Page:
Ian Christopher LEVY, John Wyclif: Scriptural Logic, Real Presence, and the Parameters of Orthodoxy. Marquette Studies in Theology 36. Milwaukee: Marquette University Press, 2003. Pp. 351. $30.00 pb. ISBN 0-87462-688-9.
Reviewed by Raymond STUDZINSKI, OSB, The Catholic University of America, Washington, DC 20064

Ian Christopher Levy has produced an excellent study of Wyclif's Eucharistic theology and its correlation with his understanding of Scripture. The work has its genesis in a 1997 dissertation done at Marquette University but reflects the author's ongoing study of the English theologian's thought. In 2001, Levy's translation and abridgement of Wyclif's De Veritate Sacrae Scripturae, On the Truth of Holy Scripture, appeared in the Commentary Series of the Medieval Institute in Kalamazoo.

This work on Wyclif traces the evolution of his thought on the Eucharist and, in particular, details his growing dissatisfaction with "transubstantiation" as a key term for designating what happens to bread and wine in the context of the liturgical action which is the Eucharistic celebration. The major and latter part of Levy's book covers the gradual shifts in Wyclif's views of the Eucharist. Very little of Wyclif's writings are available in English translation, but Levy has heavily annotated this volume and provided abundant citations from the Latin writings of Wyclif and others to support the various points of the exposition.

At the outset of his study, Levy observes how contemporary scholars regard Wyclif not so much as a proto-Protestant reformer but as a medieval Catholic theologian who reacted conservatively to various scholastic trends in the fourteenth century. During that century, the great syntheses in theological thought brought forward in the thirteenth century came under critical review. The rise of nominalism as well as the use of various logical and grammatical methods shook the foundations of a previously established intellectual order. Wyclif took refuge in realism which he believed could return some stability to the world. Against the nominalists who saw genus and species as mere human products, Wyclif championed "real universals," those causal exemplars of concrete reality, existing eternally in the Word. To annihilate some particle of the universe was impossible because everything has roots in the divine essence.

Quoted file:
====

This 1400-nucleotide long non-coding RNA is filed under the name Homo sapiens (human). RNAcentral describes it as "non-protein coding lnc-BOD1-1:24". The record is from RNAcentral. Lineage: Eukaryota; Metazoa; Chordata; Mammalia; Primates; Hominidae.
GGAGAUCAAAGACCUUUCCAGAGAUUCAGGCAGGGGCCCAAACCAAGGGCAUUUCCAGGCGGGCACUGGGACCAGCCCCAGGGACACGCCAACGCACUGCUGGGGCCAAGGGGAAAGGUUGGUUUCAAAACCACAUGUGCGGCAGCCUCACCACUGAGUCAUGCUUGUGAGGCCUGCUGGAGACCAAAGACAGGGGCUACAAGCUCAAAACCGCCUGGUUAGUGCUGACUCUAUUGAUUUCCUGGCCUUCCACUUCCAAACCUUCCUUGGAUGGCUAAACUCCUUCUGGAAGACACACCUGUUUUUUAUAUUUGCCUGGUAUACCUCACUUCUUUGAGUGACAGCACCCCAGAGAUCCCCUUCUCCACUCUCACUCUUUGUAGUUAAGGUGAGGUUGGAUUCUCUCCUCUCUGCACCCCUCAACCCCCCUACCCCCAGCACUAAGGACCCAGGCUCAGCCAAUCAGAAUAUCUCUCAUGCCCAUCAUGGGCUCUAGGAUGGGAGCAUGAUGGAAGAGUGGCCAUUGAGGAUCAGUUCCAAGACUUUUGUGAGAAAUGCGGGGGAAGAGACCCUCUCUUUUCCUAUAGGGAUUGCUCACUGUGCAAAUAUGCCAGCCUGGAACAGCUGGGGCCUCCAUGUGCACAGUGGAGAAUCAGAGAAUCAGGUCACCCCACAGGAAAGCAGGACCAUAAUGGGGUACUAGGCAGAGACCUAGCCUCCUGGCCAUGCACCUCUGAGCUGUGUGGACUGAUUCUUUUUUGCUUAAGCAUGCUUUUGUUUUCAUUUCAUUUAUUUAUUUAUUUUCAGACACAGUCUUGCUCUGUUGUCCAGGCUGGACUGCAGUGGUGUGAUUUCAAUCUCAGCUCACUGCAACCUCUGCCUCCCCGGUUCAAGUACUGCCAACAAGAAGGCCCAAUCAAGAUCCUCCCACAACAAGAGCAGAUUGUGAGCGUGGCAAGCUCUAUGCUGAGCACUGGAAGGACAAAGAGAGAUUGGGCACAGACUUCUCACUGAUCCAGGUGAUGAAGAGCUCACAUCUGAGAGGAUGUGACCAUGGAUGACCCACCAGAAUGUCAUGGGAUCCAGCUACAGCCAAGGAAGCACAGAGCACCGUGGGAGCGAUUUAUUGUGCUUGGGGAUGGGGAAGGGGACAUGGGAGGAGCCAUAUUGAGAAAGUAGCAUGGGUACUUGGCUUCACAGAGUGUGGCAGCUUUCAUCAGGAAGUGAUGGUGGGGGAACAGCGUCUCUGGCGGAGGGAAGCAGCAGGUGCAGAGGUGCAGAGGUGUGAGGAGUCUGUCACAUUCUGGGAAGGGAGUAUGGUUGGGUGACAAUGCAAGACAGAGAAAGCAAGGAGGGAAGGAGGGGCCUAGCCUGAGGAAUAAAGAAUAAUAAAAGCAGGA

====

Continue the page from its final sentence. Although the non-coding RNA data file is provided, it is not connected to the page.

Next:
One of Levy's main theses is that Wyclif's theology of the Eucharist must be approached in light of his understanding of the Scripture. For the Oxford don the Scriptures were Christ, or, to put it in Levy's terms, the Scriptures were a "who" and not a "what." Wyclif would also differentiate the written text of the Scriptures from the Eternal Scripture. The written Scriptures are the product of a union of the Eternal Word and the parchment. For Wyclif, then, the Scriptures have a personal dynamism which means that they are not static texts but a saving presence. Misunderstandings of the Scriptures spring from the sinfulness of the reader and not deficiencies in the text. To properly grasp the meaning of the Scriptures the reader must purify heart and soul. For Wyclif, the literal sense of the text is what is divinely intended to lead the reader to God. When it comes to Eucharistic theology, Wyclif claims to be able to correctly interpret the pertinent Scriptural texts which he thought others in his time misconstrued.

As Levy reviews the Wyclif corpus, he concludes that Wyclif always maintained that Christ was really present in the Eucharist but offered various explanations for this over the years. The central Scriptural text to be interpreted is "hoc est corpus meum." In later years Wyclif argues that the "hoc" refers to the bread both before and after the consecration. To maintain otherwise would be, according to Wyclif, to falsify the Scripture, to go against the authority of Christ. The bread remains and there is no substantial conversion of the elements of bread and wine. Levy presents the many facets of Wyclif's evolving position and the reactions that were generated. He also documents Wyclif's efforts to salvage the term "transubstantiation" by using it in a way quite at variance with its use from the mid-twelfth century up till his time. Wyclif objected to the traditional usage because of his position that substances could not be annihilated and accidents could not exist apart from their proper subject. Furthermore, to hold for transubstantiation in the traditional sense was to falsify Christ's words in the Scriptures which are the ultimate authority.

Levy's fascinating investigation is a masterful exploration not only of Eucharistic theology as it unfolded prior to and during the fourteenth century but also of the changing ways of approaching and understanding the Scriptures. Wyclif emerges as a man committed to the Word and to the tradition but who chose to interpret the Scriptures in a way at variance with the larger ecclesial community.


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